Kevin Mendiola wheeled back with his right foot and took the ball off a bounce, sending it crashing into the back of the net.
Give the kid this: With his dyed-blonde bangs and effortless strikes, Mendiola has the style and swagger of a true No. 9.
Each of Thursday afternoon’s golazos was met with a round of cheers from his teammates, who have been impressed with the freshman’s scoring prowess in training camp.
Read that line again: “… in training camp.”
How the young striker performs in a varsity contest is the question du jour on the back-lot field at Sierra High.
Mendiola is the centerpiece of a young nucleus that also includes three sophomores. Together, they are the future of the Sierra soccer program. The cornerstones. The promise. The potential.
But more importantly, for coaches Joe Pires and Ronnie Green, they are the present, too.
The Timberwolves return only five players from a talented 2013 team that performed far below expectation.
Sierra finished fourth in the Valley Oak League at 6-4-4 behind Oakdale, Manteca and Weston Ranch, respectively, and missed the Sac-Joaquin Section postseason despite owning one of the area’s top 1-2 punches in Brian Ramos and Juan Acosta.
“That was the biggest disappointment,” Pires said. “Coming in as a new coach, they had their habits and they had their team. I didn’t want to mess with it too much. I thought they had enough talent to make the playoffs. So that was disappointing.
“This year, it’s my system.”
To say the Timberwolves have turned the page would be an understatement. They return only four starters and their top two scorers – Ramos and Acosta – are no longer uniform.
Ramos graduated in June. He was named to the Bulletin’s All-Area team after notching 22 goals and seven assists.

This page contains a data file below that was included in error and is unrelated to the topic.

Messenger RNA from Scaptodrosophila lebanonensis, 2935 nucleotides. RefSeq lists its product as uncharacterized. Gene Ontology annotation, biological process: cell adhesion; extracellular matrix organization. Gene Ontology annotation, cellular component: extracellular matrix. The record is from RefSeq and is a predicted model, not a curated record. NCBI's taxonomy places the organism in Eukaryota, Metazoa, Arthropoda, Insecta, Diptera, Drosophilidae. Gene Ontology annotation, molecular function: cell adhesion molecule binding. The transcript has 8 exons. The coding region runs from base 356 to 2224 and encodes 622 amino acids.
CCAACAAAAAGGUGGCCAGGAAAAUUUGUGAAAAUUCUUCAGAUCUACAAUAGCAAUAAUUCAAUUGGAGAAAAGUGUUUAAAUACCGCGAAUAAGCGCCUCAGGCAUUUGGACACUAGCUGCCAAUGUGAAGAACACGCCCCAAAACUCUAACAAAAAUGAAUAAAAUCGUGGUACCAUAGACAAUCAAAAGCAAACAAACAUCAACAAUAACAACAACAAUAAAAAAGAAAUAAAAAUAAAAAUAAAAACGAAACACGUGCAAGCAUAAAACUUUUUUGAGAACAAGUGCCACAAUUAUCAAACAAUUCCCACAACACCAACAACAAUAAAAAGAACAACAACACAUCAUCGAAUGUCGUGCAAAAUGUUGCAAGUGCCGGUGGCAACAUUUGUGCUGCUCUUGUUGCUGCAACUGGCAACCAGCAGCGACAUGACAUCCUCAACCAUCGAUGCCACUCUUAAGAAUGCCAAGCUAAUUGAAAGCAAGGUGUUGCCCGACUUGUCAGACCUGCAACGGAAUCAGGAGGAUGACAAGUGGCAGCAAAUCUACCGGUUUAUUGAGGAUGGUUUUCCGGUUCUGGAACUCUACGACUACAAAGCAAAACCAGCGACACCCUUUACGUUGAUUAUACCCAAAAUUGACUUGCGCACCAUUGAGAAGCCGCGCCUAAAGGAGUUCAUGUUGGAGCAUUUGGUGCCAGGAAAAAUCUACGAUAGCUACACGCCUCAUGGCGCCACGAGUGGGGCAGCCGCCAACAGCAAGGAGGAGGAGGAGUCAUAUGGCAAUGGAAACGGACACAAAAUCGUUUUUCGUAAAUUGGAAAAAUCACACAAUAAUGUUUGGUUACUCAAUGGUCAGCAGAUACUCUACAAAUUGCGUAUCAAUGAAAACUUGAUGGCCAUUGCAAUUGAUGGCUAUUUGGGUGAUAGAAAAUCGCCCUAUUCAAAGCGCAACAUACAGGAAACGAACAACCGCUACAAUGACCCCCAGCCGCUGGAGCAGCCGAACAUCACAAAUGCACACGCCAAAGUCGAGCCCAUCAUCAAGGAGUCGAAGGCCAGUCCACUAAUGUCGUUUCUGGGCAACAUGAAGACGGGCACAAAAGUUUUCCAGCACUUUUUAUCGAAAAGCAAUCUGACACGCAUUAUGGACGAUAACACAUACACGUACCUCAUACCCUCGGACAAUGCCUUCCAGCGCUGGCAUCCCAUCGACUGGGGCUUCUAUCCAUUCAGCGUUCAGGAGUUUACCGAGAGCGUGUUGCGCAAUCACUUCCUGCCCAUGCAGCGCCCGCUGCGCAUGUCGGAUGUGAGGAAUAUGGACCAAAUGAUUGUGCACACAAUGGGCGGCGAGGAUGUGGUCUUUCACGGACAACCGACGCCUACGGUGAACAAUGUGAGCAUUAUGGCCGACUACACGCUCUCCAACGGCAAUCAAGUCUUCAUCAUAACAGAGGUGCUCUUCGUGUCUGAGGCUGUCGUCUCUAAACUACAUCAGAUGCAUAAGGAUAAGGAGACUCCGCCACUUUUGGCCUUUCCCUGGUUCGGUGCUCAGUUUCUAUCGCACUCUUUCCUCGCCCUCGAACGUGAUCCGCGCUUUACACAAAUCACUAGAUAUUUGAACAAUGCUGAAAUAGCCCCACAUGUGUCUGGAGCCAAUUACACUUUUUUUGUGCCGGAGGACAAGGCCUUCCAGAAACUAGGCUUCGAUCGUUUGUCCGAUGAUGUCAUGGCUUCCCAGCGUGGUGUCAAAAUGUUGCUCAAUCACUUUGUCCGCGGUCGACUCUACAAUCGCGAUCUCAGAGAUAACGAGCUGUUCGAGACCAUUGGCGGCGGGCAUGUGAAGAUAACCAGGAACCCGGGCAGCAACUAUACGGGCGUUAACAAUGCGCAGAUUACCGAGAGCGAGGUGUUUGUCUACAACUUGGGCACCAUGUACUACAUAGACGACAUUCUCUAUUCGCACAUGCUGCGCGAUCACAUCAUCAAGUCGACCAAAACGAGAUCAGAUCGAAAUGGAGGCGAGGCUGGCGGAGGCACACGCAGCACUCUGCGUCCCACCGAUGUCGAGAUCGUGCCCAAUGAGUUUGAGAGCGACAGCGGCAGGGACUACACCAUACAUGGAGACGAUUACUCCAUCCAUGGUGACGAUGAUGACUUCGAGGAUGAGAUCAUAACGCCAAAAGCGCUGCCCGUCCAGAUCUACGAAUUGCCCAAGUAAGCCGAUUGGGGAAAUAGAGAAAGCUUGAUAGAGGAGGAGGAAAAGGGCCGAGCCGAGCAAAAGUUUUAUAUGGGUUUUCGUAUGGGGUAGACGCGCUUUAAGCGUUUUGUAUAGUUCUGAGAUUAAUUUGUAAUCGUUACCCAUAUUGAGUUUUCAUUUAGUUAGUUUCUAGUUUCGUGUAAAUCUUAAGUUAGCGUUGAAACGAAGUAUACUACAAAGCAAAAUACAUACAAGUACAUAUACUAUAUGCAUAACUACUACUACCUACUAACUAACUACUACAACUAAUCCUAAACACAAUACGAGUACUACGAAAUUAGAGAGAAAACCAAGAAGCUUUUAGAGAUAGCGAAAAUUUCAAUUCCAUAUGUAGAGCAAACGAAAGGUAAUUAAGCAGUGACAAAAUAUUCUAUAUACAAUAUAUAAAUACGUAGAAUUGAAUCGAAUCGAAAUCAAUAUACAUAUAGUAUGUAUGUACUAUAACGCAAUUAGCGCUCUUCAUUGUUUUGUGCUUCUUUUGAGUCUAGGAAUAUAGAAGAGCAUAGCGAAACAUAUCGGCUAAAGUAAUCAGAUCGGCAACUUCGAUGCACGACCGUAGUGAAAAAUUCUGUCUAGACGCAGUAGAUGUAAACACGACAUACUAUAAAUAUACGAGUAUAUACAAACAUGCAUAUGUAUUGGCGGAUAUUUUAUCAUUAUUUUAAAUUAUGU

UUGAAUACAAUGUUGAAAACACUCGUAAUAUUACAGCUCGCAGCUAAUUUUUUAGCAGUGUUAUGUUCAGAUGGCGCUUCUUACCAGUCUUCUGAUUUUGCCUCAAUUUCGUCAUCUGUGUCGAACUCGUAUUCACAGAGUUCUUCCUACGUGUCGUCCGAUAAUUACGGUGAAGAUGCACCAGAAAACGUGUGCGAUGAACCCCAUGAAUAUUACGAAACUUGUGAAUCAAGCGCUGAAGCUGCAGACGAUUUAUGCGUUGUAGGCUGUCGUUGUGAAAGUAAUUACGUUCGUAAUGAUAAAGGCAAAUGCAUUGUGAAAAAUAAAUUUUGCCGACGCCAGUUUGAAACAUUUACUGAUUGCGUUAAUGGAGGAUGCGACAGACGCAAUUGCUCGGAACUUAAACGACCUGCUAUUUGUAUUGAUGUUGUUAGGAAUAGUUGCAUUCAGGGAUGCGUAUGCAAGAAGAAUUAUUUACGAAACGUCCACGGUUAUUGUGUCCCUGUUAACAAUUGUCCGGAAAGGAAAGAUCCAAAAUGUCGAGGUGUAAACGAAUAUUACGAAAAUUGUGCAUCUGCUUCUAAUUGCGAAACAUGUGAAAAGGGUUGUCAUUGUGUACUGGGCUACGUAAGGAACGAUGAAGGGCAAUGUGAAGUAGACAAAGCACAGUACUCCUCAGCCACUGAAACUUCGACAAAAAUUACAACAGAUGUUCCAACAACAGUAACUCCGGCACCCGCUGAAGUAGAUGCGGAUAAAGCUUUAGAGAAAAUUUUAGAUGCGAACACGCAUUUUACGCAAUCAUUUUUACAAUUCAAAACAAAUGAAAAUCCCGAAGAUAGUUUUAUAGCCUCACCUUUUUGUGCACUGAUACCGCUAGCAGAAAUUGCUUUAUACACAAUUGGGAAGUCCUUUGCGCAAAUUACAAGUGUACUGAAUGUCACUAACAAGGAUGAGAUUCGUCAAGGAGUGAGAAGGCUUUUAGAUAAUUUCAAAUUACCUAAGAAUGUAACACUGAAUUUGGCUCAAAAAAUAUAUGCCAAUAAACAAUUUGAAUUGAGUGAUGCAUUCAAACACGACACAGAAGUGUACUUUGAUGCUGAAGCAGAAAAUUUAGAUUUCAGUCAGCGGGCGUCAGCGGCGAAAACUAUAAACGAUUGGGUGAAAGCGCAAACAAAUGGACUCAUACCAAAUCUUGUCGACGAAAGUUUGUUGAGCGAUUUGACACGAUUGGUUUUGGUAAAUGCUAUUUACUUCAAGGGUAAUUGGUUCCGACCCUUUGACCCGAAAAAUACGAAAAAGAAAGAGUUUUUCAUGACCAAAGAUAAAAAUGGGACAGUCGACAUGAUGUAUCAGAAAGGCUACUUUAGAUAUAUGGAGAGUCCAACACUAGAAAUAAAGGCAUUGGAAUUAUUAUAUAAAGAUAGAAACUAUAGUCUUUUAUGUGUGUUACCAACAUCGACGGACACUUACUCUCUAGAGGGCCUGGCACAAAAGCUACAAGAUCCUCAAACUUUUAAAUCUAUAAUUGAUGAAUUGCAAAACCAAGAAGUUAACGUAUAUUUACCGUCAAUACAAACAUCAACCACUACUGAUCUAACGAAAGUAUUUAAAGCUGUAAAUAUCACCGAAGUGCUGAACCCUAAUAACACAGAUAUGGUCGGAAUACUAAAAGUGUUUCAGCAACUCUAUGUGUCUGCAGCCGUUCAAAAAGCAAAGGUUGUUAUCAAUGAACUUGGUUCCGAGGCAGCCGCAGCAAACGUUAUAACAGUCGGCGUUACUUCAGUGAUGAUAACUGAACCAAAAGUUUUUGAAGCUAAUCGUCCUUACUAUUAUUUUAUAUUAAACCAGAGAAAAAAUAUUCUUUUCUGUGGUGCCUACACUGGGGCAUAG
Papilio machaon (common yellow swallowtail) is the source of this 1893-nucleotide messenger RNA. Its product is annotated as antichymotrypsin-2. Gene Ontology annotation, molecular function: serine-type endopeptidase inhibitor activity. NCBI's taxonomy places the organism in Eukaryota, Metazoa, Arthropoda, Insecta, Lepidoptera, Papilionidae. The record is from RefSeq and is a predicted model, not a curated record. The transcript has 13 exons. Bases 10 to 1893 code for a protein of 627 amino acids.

Acosta would have been a leading candidate for the Bulletin’s All-Area MVP award this fall had he remained eligible. The attacking midfielder had 12 goals and 11 assists as a junior, and his wizardry on the ball was unmatched in the Valley Oak League.
Wide-eyed and without a hint of sarcasm, Pires once described Acosta as the only player in the VOL who could dribble into a pack of players and come out the other end with the ball still stuck to his foot.
“He’s a player I wish I could have,” Pires added on Thursday. “He’s a star player, but I have some players coming in. I’ve got three or four guys that will fill that void that he left.”
Depth won’t be an issue for Pires, who has no plans to cut any of the 26 players in camp ahead of Friday’s season opener against Pitman at the Pitman Tournament.
Sierra will also face Arcata, Pacheco and Lincoln of Stockton during the two-day draw.
The large roster has given the coaching staff a chance to tinker with player combinations in a game-setting.
“They’re competing,” Pires said. “We’re moving players in and out of the ‘top team,’ so they know this is an open competition.”
There are a few certainties, though.
The Timberwolves’ attack will be rooted in the midfield, where holding midfielder Joel Vargas – a tall, steady presence on the ball – will be surrounded by a host of players itching to go on goal.
Seniors Cezar Martinez (eight goals, nine assists) and Henry Diaz (nine assists) will attack from the wings, while sophomore David Lopez will help anchor the middle.
Sophomore Eduardo Aguilar will also see time in the midfield.
The target will be Mendiola, whose combination of size and speed should create matchup problems.
“He’s that kid,” Pires said. “He’s got good size and speed and he can shoot with either foot, but he’s a natural lefty.
“He never stops moving. He’s not the kind of player to wait for the ball. He’s always moving around the field.”
The Timberwolves have their own worries in the defensive third.
Sophomore forward Eriq Kurys will move to sweeper to shore up a backline that returns just one starter – stopper Josh Lee. The battle at the goalie position is ongoing. There are three goalies in camp – Daniel Meza, Christian Montes and Luis Garcia.
“Our main work has been on defense,” Pires said, “and finding those right combinations.”
How they jell may foretell the Timberwolves’ chances this fall in an ever-competitive VOL.
“The expectation this year? Well, you always want to win a league title. That’s the main goal,” Pires said. “They’re young and inexperienced, but we have some athletes. If they do what the coaching staff tells them to do, I think we’ll compete for a playoff spot.”